For many, the word “Rwanda” triggers memories of harrowing tales of civil war that dominated headlines in the 1990s. Initial reports estimated one million Tutsi people — up to 70% of their entire population — were massacred by the Hutu majority government during that dark time in Rwanda’s past. A more recent review of national memorial sites puts the death toll closer to two million. Decades on, 60% of Rwandan people are living with trauma and post-traumatic stress disorder. And the ongoing stress and strain of entrenched poverty impedes healing and recovery for many Rwandan families. That’s why we are implementing a life-changing project in partnership with the Byumba Catholic Diocese, a small parish in northern Rwanda that cares for people affected by war. The project is based in the Gicumbi district, a region with more widows and orphans than any other in the country. The initiative brings together vulnerable women, offers them support, and trains them to breed and rear pigs to supplement their income. Project co-ordinator Father Augustin explains, “Our country has known war and genocide, which have caused many problems in our society, such as killings — and from these killings, people have problems of trauma and psychological disorders.” “Some people, when they have trauma, they are not able to work and the future is dark. So we start with a program of treatment to come from trauma to a heart of peace.” He adds, “We have many widows, many orphans, many people with a disability because of the war and genocide. After the genocide, we had many consequences — many people were not strong physically, and they died. We had a lack of food from the genocide.” This chaotic time in Rwandan history left many thousands of women widowed, traumatised and living in poverty.
I did not have a life because, before joining the group, I was always in isolation.” — Agnes, RwandaAgnes (pictured above) lost her husband in 1998; he was killed when they were returning to Rwanda from the Democratic Republic of Congo. Father Augustin says, “The people came back from Congo and wanted to come back to the country — and many people were killed from this period.” Without her husband, Agnes fell on hard times. She says, “The biggest challenge I faced after my husband passed away … it’s depression.” “When there is a missing person in the family, there is loneliness, there is depression —because you see yourself facing a lot of problems, and you are not able to solve them. “I was feeling so alone.” Regina (pictured below) understands those feelings of depression and isolation — her life was also turned upside down when her husband died.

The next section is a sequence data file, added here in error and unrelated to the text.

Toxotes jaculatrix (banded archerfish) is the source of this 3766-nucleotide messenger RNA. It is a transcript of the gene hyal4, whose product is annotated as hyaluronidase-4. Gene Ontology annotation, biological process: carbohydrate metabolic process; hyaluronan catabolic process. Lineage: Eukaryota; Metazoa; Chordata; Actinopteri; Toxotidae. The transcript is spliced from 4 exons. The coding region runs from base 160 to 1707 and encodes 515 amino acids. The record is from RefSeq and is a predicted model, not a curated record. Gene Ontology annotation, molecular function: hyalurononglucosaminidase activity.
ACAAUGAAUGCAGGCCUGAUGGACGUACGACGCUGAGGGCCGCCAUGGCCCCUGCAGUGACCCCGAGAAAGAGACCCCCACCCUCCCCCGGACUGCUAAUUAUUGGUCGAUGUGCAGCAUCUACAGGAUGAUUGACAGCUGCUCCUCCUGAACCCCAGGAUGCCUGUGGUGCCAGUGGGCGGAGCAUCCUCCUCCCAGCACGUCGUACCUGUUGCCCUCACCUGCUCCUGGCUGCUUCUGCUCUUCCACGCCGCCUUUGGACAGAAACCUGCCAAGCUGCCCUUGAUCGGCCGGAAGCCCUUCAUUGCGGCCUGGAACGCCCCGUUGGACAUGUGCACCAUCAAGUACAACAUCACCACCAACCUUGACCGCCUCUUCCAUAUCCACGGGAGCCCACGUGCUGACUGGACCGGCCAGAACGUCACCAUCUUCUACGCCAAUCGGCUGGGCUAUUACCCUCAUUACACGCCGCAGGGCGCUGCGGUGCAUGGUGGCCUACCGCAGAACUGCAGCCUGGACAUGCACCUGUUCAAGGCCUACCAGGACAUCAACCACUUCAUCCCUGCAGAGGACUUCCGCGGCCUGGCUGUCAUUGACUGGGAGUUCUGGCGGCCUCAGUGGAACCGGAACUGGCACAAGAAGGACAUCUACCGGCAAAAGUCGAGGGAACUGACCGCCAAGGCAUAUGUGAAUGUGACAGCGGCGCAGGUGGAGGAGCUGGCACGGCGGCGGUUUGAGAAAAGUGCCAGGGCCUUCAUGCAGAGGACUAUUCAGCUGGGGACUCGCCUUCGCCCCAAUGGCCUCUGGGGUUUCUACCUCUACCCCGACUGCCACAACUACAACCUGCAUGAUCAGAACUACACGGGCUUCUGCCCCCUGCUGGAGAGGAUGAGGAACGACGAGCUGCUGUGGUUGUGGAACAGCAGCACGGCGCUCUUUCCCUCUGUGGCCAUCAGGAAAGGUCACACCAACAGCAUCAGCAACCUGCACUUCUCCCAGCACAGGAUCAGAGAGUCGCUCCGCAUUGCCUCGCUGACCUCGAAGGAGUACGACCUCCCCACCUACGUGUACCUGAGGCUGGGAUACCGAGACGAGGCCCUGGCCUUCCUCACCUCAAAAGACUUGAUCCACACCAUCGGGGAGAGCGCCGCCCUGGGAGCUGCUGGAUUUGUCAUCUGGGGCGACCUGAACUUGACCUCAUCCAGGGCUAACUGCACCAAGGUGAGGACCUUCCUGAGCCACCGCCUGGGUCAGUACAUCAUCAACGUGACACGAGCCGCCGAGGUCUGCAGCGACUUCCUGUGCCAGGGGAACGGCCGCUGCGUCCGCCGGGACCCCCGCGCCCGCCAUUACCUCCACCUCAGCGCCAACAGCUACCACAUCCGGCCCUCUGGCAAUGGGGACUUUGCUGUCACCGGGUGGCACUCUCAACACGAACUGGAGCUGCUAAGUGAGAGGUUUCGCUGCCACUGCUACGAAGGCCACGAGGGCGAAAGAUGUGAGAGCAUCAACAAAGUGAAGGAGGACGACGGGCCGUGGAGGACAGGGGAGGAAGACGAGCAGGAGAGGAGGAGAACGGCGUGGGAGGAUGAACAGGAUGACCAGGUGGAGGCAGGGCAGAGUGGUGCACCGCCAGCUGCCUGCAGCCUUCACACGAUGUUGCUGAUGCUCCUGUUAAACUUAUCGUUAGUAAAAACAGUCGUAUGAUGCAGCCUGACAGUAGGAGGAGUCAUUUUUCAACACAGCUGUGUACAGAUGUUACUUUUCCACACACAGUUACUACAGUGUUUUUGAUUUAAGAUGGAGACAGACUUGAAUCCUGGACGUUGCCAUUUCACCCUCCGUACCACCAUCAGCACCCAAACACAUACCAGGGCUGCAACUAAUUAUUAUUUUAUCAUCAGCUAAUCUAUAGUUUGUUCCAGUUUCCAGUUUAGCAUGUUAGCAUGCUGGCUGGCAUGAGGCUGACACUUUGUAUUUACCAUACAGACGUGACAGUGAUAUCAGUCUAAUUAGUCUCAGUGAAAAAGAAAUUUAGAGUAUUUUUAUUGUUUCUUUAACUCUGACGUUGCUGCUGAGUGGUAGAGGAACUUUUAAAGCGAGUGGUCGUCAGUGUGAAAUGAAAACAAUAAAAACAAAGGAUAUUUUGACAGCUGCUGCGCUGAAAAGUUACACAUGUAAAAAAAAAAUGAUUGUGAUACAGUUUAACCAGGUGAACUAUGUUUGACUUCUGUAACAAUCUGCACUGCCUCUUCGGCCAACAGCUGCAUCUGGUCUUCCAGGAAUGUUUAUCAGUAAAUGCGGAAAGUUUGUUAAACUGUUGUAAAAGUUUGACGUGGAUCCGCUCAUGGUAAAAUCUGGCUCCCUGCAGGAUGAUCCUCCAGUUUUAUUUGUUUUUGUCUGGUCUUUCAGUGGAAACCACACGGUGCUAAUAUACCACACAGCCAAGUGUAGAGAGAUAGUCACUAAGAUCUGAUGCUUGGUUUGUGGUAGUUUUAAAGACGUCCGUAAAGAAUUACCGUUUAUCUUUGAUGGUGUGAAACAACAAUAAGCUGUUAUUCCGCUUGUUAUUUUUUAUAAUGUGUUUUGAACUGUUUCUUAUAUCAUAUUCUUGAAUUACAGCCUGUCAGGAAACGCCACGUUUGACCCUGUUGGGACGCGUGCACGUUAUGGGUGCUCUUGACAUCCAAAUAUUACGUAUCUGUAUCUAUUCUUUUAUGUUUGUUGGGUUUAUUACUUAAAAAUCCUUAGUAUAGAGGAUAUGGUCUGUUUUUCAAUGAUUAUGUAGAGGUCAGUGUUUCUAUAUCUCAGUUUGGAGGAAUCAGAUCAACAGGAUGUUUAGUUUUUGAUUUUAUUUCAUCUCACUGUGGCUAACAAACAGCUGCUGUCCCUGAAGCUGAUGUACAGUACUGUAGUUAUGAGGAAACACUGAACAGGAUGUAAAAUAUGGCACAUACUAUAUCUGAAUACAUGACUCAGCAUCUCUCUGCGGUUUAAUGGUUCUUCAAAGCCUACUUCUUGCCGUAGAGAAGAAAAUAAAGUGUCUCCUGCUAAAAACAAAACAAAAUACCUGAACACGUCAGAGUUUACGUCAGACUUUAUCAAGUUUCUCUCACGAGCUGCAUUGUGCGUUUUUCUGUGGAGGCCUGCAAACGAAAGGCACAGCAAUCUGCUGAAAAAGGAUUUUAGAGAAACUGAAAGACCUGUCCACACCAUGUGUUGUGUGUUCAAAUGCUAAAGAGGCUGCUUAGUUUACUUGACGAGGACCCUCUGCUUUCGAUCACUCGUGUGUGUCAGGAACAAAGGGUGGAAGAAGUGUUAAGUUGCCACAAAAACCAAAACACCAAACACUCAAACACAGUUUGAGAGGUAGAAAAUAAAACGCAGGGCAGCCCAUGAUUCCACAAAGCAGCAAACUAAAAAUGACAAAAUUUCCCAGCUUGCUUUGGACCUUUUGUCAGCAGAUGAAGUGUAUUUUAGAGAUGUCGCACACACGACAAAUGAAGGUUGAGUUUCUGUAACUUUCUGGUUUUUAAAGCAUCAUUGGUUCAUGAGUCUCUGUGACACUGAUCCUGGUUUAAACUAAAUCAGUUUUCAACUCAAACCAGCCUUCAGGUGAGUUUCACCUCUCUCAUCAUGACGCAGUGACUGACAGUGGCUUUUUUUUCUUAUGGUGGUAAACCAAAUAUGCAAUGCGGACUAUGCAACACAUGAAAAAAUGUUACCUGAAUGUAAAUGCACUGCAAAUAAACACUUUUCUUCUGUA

I was very hungry but I had to cope.” — Regina, Rwanda“After my husband passed away, I could only eat one meal. I sacrificed my food to pay for the school fees for the children,” Regina recalls. “I would do anything I could to keep my children fed. “I was depressed. I expected that tomorrow we would get food. But I had no hope for after tomorrow. “I could not ask people for food — I was embarrassed to tell anyone so I suffered alone.” We refuse to let women like Regina and Agnes shoulder the burden of poverty alone. Our pig project gives vulnerable women a vital support network, as well as the skills and resources they need to boost their household income.
My dream is that I would like to have my own piggery that can keep five pigs.” — Agnes, RwandaFather Augustin says, “When [the women] are working together, they can talk and share their problems. And so someone who is depressed can see, ‘I am not alone — I am with my neighbour and they have a problem like me.’” Agnes says, “From the first time I saw [the pigs], I was filled with joy and I hope that the problems that we had related to poverty will be solved because of this project.” Regina adds, “I’m confident that even if I have sadness, because I have been through a lot, the pigs will help with solutions to support me.” “It will change my life — it even changed my life the day I heard I was getting a pig.”
I sacrificed my meals in order to save some money to send my children to school.” — Regina (pictured with son), RwandaWith your support, we can tackle poverty in Rwanda by empowering more women like Agnes and Regina with the practical skills and resources they need to lift themselves out of poverty and heal the trauma of war. Please, will you donate today and be part of the solution?